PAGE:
Unfortunately, after the death of Grand Master de Redin the enthusiasm for building new towers died out and by the late 17th century these fortifications were in a bad state. So, the Universita of Mdina was instructed to repair them. It is interesting to note that the large majority of these towers were built in places previously existed watch-posts. Therefore, the building of these towers was seen as to augment the coastal defences.

 

It was only in the early 18th century that new interest in coastal defences appears which resulted in the construction of coastal batteries, coastal redoubts and coastal entrenchments. But that is another story…

Drawing showing a typical De Redin coastal tower.

 

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    About the village of Mellieha

    Mellieha is a rural village and tourist resort in the Northwestern part of Malta and derives its name from the Semitic root 'm-l-h' which in Arabic means salt. The name was probably derived from the ancient Punic and Roman salt-terns; historians indicated as lying adjacent to the large sandy bay at the foot of the village.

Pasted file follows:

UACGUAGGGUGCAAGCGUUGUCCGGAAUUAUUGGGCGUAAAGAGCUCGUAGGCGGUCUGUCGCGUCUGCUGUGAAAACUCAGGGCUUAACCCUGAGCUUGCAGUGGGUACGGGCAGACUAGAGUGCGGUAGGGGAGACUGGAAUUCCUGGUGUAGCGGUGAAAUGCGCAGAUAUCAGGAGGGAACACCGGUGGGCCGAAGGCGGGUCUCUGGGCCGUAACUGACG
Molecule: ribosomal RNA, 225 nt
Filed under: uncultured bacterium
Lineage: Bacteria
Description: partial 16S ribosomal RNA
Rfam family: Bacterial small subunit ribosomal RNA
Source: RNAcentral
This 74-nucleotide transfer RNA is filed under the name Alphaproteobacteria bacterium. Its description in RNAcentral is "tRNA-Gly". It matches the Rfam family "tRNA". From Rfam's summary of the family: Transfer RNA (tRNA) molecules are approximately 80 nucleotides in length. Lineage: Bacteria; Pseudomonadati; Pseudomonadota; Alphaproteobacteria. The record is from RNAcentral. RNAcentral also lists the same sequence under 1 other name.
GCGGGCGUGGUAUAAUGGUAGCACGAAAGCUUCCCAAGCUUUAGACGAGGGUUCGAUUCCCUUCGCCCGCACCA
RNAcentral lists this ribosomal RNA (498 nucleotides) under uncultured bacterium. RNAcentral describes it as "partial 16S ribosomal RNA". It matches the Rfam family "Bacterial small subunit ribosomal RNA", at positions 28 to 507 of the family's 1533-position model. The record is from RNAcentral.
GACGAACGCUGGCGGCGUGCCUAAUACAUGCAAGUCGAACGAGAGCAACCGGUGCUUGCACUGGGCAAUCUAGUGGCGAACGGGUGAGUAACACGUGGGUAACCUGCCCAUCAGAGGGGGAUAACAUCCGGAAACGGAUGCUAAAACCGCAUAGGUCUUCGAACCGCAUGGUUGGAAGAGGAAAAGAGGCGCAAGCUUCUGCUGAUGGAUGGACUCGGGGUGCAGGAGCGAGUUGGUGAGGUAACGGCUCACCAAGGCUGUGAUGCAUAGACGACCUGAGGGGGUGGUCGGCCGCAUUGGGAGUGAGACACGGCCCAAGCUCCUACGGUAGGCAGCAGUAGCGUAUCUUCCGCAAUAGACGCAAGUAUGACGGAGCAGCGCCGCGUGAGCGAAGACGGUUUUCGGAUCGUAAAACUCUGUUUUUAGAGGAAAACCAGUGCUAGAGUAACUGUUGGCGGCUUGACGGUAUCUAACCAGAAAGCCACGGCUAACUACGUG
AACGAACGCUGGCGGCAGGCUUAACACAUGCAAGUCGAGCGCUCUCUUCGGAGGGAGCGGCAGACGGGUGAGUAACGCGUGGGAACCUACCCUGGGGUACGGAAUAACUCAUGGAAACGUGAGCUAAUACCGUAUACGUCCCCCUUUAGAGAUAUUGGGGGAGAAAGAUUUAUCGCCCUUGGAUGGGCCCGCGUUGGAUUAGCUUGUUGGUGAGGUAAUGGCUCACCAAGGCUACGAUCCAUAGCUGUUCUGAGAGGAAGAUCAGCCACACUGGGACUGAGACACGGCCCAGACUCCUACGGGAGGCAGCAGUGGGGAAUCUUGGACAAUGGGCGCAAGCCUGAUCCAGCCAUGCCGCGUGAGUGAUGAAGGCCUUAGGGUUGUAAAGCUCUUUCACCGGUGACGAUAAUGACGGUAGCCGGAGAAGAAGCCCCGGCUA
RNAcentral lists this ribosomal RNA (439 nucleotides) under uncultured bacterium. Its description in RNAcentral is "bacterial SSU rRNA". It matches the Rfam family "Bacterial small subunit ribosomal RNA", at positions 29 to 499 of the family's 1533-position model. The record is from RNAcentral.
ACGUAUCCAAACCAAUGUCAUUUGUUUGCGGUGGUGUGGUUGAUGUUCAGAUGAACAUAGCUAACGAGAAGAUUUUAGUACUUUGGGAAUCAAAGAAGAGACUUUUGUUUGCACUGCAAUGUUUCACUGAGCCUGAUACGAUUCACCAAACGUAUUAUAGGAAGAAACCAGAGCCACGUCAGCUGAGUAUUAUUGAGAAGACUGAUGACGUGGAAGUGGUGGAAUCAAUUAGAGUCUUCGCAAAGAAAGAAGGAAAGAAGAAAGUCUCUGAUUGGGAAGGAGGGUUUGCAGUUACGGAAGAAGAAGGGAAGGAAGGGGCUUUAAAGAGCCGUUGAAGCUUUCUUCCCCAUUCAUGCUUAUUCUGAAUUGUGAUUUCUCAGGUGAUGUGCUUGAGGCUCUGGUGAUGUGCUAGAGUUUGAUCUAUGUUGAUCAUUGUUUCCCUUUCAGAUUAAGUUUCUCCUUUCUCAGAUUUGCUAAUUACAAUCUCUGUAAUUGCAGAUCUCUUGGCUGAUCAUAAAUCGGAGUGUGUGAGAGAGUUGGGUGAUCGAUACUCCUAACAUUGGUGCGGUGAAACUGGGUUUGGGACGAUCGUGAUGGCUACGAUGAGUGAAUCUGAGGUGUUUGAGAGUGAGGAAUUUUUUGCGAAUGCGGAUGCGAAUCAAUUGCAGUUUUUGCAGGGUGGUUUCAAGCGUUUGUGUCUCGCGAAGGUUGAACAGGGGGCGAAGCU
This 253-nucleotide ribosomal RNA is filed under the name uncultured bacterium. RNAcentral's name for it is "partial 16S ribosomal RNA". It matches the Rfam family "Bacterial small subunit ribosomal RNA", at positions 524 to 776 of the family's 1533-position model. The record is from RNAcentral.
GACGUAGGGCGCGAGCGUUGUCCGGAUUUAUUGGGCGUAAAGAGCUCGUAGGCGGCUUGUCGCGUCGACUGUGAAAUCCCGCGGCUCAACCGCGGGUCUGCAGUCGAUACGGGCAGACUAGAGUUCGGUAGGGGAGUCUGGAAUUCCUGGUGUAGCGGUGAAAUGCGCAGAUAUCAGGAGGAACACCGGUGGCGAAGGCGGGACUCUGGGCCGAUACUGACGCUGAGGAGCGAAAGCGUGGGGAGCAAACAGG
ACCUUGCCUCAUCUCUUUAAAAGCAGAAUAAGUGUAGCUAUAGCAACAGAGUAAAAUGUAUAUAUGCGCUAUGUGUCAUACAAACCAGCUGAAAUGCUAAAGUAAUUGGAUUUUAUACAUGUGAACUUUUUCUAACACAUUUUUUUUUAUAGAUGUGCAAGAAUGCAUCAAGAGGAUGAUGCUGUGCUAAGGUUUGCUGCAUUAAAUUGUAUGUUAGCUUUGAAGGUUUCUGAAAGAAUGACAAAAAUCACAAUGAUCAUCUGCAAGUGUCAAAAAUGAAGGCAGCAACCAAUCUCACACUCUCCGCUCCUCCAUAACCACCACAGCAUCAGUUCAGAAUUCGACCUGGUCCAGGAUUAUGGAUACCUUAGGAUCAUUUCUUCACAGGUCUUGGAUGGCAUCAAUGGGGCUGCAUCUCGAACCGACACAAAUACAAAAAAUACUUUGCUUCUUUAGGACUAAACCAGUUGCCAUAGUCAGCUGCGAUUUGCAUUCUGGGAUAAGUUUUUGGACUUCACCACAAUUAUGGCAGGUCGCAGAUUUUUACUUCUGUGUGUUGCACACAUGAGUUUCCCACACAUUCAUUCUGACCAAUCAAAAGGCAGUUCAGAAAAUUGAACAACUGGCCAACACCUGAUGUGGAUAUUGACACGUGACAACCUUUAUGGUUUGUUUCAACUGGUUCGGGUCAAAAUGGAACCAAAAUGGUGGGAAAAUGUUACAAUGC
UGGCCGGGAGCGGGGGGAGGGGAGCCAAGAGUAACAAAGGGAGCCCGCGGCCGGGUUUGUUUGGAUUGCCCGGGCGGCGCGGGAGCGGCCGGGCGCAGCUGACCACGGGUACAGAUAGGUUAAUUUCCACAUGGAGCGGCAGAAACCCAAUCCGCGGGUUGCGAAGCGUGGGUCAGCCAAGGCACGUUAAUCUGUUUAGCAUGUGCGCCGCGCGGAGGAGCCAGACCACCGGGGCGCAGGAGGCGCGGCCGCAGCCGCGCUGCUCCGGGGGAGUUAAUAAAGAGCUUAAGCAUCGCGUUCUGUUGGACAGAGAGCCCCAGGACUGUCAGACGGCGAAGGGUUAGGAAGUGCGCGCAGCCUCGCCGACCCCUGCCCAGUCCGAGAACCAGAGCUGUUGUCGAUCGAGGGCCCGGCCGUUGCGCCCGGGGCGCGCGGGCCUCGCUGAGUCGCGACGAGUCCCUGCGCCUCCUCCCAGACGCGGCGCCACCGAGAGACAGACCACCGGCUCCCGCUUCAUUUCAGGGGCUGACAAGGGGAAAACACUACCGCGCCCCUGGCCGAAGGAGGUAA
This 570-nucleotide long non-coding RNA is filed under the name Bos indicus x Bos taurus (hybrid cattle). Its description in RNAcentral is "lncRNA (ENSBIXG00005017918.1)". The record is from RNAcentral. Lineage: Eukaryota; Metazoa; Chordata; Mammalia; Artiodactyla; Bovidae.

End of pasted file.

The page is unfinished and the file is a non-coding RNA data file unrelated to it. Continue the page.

Mellieha has been inhabited since early Neolithic times (3000 B.C). Several megalithic remains and tombs of this era and other primitive tools and fragments of pottery were found in various localities around this area, primarily at "il-Latnija" - a natural cavity used by several stone-age peoples - and at l-Gholja tax-Xemxija.
    During the Roman and Byzantine occupations (213B.C- 870A.D.), Mellieha's valleys were inhabited by troglodytes, who irrigated the land, adopted natural caves as their dwelling places and buried their beloved ones in Punic style burial chambers. Following the Arab conquest and during the medieval period (870-1530A.D.), the area was deserted, primarily due to the continuous raids of the Muslim corsairs.